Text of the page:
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When is Stress a Good Thing?

by Melanie Gallo, PhD

People think about stress as bad, something they need to learn to cope with, a culprit for many health issues. But, did you know that stress can have a positive effect on your life?

Sometimes working long hours and going through tough times can actually be good for you. I know! For me to be a WorkLifeJoy coach it probably sounds like I have lost my mind but bare with me. Keep reading to understand why.

The Difference Between Good and Bad Stress

Saying stress is good or bad is an incomplete statement, because it misses the explanation. Chronic stress is a bad type of stress, which can take a toll on your physical and mental health.

Prolonged feelings of tiredness, high blood pressure, anxiety and other symptoms of chronic stress require treatment and care.

Moderate stress puts you in a state of high responsiveness and helps you deal with various situations, so your problem solving-skills can emerge.

Good stress feels like excitement and triggers the reactions in your body even if there isn't a real threat. It is the type of stress that occurs in particular situations, and its effects stop once the situation passes.

Check the following section to understand the potential benefits of stress.

Healthy Stress Benefits

The easiest way to illustrate what healthy stress is, is using a work or school deadline example. Before the deadline exceeds, you are in a state of great alertness, focused, and motivated to complete the task.

Healthy Stress Helps you Cope with Infections

When you feel stressed, the chemical reactions in your body are different from what is happening while you relax. A sudden and short-term stress, like a deadline, causes low production of the stress hormone. It further induces the release of a chemical that improves your immune system.

Think about it for a second, were you ever sick before the deadline? Or do you get sick as soon as you hand over the paper? Once the stress passes, your body relaxes, and your immune system doesn't get a booster dose.

It is the primary difference between chronic and healthy stress. Chronic stress weakens you and can compromise your immune system, while healthy stress maintains your immune response.

Healthy Stress Strengthens You

Going through occasional episodes of stress helps build resilience towards situations you cannot control. In the long run, it can help prevent chronic stress.

Healthy stress teaches you how to overcome different obstacles, and which point of view to take on troublesome situations. It will train you to build an automatic response and reduce the stress over similar situations in the future.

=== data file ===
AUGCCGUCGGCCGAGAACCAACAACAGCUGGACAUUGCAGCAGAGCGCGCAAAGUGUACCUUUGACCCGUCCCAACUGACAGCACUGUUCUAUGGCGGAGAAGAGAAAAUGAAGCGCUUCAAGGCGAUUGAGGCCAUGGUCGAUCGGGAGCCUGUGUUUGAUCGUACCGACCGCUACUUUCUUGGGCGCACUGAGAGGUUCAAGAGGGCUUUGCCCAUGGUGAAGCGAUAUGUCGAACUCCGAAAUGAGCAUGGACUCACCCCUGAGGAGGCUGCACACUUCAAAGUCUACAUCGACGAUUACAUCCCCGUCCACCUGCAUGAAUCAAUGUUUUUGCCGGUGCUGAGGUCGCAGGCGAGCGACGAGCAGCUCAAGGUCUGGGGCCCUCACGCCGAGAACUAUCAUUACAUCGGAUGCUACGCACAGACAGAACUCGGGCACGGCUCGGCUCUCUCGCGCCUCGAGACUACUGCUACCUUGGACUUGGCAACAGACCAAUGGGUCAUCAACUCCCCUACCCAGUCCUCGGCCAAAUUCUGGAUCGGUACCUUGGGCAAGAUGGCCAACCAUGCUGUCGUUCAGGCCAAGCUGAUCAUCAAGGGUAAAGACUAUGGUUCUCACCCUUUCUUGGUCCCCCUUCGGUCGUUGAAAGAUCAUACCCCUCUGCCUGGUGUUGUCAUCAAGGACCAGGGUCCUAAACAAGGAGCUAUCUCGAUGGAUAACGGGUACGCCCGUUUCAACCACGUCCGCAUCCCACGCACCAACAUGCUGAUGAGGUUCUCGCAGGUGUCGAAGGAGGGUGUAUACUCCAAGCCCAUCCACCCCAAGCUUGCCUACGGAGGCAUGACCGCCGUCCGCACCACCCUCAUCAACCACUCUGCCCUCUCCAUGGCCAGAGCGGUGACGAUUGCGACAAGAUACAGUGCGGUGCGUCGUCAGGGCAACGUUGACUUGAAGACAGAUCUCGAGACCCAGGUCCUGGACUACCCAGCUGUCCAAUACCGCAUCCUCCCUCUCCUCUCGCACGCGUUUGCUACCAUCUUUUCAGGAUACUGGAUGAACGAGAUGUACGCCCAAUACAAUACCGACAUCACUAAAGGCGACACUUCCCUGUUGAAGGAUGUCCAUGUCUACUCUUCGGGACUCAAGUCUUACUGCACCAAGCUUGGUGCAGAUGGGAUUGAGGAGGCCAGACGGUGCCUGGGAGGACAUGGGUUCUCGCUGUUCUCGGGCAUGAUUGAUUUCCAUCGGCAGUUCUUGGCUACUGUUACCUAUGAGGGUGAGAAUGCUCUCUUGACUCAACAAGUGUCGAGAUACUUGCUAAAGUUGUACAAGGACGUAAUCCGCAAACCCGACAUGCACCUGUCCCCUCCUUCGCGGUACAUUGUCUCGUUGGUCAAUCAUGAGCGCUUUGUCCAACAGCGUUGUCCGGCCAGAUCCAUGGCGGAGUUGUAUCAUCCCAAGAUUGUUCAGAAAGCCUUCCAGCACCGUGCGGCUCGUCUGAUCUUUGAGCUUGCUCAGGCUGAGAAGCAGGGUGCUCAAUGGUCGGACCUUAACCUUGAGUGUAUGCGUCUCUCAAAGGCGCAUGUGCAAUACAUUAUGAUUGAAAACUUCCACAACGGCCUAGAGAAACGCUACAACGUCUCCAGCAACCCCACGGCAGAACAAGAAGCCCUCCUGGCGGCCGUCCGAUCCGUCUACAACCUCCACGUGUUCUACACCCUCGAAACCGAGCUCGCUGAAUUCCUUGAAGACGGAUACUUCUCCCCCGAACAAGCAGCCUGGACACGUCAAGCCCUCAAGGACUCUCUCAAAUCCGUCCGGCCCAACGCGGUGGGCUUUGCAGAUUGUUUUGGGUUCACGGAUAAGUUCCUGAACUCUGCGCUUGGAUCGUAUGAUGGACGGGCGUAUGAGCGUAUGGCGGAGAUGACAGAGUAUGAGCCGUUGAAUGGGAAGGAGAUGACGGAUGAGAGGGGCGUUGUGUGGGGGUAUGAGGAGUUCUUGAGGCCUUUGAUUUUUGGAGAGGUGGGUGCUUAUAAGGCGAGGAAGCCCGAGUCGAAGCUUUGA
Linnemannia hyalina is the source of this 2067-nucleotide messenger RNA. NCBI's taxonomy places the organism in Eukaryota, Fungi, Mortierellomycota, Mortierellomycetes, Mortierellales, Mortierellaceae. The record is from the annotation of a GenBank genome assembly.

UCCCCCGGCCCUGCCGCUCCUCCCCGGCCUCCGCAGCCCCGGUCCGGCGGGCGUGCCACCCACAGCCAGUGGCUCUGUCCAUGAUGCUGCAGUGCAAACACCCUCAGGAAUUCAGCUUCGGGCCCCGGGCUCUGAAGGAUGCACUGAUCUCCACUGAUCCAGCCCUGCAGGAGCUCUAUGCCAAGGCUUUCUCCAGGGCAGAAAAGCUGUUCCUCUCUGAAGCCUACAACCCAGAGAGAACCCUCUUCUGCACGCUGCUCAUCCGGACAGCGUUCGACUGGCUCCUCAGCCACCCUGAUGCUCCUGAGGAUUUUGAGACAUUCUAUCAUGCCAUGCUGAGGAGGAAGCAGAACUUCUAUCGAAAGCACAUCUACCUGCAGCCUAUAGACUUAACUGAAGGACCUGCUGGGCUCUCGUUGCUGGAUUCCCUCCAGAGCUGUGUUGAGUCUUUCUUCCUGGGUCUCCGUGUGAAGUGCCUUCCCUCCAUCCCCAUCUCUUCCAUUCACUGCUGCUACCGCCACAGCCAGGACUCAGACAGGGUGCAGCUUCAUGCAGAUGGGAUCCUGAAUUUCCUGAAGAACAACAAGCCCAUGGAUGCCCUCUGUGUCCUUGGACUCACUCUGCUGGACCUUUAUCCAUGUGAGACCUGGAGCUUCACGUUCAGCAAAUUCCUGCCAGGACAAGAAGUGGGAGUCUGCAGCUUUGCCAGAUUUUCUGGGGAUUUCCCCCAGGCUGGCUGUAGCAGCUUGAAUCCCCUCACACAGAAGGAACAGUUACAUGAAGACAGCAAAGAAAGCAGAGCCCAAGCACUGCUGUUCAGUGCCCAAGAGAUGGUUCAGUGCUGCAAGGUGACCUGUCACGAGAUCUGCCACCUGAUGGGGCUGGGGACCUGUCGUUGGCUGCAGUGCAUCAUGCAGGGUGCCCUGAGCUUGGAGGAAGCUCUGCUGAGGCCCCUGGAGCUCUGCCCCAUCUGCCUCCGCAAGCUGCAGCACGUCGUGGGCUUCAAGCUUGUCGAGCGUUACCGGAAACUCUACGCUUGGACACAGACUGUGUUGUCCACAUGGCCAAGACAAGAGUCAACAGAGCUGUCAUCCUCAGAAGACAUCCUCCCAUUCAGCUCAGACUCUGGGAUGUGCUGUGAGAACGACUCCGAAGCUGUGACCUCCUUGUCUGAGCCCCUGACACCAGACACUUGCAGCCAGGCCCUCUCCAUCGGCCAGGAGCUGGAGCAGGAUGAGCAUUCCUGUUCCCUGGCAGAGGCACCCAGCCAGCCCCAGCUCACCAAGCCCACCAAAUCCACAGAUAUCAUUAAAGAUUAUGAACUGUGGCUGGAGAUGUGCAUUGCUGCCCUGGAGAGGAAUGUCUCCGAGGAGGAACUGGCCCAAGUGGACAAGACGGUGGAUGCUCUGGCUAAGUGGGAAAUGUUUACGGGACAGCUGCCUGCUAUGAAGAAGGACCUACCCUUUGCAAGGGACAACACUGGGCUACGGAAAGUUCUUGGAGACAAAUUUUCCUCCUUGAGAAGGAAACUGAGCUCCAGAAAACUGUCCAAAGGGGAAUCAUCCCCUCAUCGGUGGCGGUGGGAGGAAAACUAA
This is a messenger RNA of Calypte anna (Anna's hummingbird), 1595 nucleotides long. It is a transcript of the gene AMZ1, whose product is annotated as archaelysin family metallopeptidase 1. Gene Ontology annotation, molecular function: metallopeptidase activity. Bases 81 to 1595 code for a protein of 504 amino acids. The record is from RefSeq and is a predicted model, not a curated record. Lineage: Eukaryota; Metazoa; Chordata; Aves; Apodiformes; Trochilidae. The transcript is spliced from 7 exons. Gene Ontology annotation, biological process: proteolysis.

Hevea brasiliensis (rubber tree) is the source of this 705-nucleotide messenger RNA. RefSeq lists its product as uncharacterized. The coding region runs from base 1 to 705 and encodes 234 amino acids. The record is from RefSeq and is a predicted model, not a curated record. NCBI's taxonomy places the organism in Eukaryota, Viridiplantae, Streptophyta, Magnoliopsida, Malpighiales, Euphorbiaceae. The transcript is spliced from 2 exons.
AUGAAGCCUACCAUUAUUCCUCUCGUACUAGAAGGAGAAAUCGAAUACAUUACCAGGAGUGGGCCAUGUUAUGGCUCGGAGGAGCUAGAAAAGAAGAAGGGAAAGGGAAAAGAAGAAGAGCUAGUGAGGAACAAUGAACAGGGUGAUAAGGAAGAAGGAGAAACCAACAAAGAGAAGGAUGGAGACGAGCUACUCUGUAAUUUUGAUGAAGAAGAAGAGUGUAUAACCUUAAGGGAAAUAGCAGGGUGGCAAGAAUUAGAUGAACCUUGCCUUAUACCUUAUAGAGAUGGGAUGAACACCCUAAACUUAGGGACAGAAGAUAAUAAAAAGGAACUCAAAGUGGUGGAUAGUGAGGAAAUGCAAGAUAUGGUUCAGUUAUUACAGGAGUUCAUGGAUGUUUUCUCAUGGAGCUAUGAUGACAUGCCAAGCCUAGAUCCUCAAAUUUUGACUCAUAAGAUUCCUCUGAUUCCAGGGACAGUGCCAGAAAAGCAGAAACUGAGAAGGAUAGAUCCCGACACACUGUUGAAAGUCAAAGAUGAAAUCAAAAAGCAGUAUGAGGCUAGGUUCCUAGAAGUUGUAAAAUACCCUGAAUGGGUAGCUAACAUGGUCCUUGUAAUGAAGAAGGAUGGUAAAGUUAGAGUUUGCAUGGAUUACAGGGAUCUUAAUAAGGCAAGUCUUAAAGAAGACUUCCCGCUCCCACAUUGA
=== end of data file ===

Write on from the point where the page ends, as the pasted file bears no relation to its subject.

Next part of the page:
For example, the first time your boss gave you negative feedback, you felt blue and were stressed out. Next time, you can use it as a tool to upgrade your skills!

Healthy Stress is a Mental Workout

Low doses of healthy stress help keep your mind sharp. The nervousness you feel in your stomach activates some brain activities that wouldn't be active if everything was alright.

Healthy stress improves the connection between brain cells, similar to what lifting weight does to your muscles. If you lift too much weight, you can get injured. Low weight doesn't have any effect on your muscles.

It is the reason you are more productive when you feel stressed and why you make fewer mistakes when you work under strict, last-minute deadlines.

Balance is the Key

If you feel the excitement every day and you work under a lot of pressure for a long time, it isn't healthy stress. It is chronic tension that only lowers your achievements and compromises your health. But, occasional roller coaster rides and unexpected situations are good for you!

Can you recognize good from bad stress? How often are you stressed? Please share your thoughts on healthy stress in the comments!

I’m Melanie Gallo, Ph.D., a WorkLife Psychology coach and writer specializing in personality and thinking habits. I help today’s leaders and their team members define their WorkLifeJoy, then help them discover why they don't have it, why they need it, how to get it, and how to keep it. Get in touch directly or download my free Coach2GO app today.


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